May 2012

The best measures

As environmental assessments grow more complex, project planners suggest improvements

By Eavan Moore

So you want to build a mine. You’ve done exploratory drilling, released a resource estimate, and you are prepared to move ahead at this site. The next critical phase will last several years. It will go a long way in determining whether your project, economics aside, is allowed to proceed. And it probably will cost a few million dollars. It is time to think about the environmental assessment (EA).

Beginning with the preparation of an environmental impact statement and concluding with the granting of approval, the EA is a company’s best attempt at predicting and planning for the effects its project will have on water, air, soil, plant life, wildlife, and human inhabitants, for the next ten, hundred, or thousand years to come. From its beginnings in the 1970s, the Canadian process has become more voluminous, more expensive, and more extensive in scope.

While changes to environmental regulation have been made to help accelerate the process in Canada, there are strategies a company can use to keep things moving – and to hold its costs in line.

Expanding scope

“The bottom line is that environmental assessments have become more and more complex over time,” says Rick Hoos, principal consultant at EBA Engineering Consultants Ltd. “And they continue to become more complex.”

Advances in science have added to the standard inclusions in an EA. More sophisticated statistical models are now available, enabling researchers to make more confident and detailed predictions about possible impacts their projects may have on air, water quality or other aspects of the environment. A growing awareness of climate change has forced project proponents to consider their greenhouse gas emissions and how their environmental management plans will hold up under unpredictable conditions.


“Environmental impact statements continually raise this question: What is being proposed now – is that going to be good years from now in the face of climate change as predicted?” says Paul Wilkinson, vice-president, environmental and social affairs at New Millennium Iron Corp., which is developing a series of iron ore deposits along the Quebec-Labrador border. “If you’re relying on the fact that things remain frozen, and if you’re faced with the possibility that permafrost is melting, then what would be the consequences?”

But another reason EAs are more complex is that their scope has expanded, says Jeff Barnes, senior principal, environmental management at Stantec. In scoping a project assessment, regulators decide what laws apply, how the project is defined, what needs to be studied, and what level of detail is required.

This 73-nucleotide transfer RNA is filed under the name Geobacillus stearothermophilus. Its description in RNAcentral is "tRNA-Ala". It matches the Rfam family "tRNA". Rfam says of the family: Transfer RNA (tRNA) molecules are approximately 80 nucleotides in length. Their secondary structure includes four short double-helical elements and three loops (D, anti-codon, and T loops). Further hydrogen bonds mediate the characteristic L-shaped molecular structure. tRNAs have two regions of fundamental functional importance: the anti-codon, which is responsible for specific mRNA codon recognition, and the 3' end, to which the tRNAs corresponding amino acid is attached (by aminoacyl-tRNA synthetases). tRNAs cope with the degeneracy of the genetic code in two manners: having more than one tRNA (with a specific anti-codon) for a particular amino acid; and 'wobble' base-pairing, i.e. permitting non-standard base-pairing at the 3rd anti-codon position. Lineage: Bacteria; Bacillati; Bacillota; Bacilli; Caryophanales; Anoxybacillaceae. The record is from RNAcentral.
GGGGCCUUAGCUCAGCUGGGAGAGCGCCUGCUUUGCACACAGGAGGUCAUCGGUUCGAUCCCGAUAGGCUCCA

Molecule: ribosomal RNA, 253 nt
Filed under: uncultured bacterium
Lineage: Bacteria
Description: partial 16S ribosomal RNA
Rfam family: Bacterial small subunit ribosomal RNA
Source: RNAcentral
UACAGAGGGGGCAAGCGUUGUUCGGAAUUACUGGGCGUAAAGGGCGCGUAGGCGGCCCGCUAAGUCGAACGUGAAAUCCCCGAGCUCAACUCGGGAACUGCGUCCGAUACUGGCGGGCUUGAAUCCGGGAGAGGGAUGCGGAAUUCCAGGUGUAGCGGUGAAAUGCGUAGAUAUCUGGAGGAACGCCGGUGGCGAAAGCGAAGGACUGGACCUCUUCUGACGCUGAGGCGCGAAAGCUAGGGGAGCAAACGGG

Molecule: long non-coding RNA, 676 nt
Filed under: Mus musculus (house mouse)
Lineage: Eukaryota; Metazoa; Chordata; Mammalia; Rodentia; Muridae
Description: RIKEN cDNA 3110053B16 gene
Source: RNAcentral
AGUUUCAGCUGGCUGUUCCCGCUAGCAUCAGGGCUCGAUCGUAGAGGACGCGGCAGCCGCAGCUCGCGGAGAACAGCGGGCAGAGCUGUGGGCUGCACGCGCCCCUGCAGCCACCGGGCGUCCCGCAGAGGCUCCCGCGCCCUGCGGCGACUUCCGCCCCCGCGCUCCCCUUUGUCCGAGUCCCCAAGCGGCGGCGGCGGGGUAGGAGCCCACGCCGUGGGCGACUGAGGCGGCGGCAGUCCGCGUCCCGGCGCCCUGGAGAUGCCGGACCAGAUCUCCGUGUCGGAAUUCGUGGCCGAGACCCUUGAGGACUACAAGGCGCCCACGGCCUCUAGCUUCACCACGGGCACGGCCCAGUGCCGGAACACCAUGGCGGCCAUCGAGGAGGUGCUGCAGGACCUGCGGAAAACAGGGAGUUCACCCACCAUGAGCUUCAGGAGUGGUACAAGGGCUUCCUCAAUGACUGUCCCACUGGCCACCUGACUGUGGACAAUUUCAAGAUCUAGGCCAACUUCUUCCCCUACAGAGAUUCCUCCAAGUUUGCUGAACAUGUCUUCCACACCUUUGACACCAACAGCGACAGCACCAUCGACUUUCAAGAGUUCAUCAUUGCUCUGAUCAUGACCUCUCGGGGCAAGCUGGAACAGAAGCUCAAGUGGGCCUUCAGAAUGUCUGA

Scoping naturally changes and expands to accommodate new concepts and concerns. Where an earlier EA would have taken a creek as the unit of study, for example, a complete assessment now looks at the creek’s watershed. But the task of determining a project’s scope falls to the individuals who oversee environmental assessments. Workforce demographics and turnover in regulatory agencies and consultancies, explains Barnes, has positioned young personnel in decision making roles they may not be prepared for. They respond to growing environmental concerns by broadening the scope of EAs. “We came very early, both in the literature and in guidance, to the conclusion that you need to focus an environmental assessment on the things that are important,” he says, referring to the EA veterans who helped refine practices in the late 1970s and the early 1980s. “You just can’t study everything. It’s just not feasible, it’s not practical, and we can’t afford it.”

The cumulative effects of development have taken a front-and-centre role in the gradual expansion of scope. Project proponents are asked to evaluate the impact of past projects, as well those that might be built in their area in future. Under the rubric of cumulative effects study, the global impacts of mining as an industry can and do take over the approval process for an individual project. “I often go to a mining EA hearing or public meeting, and people ask, ‘Why aren’t we recycling more?’” Barnes says. "It’s quite rational for the public to want to ask that question. But I think that regulatory authorities, when they’re scoping, shouldn’t be adding things like ‘Comment on the worldwide recycling of this metal’ to the EA process.”

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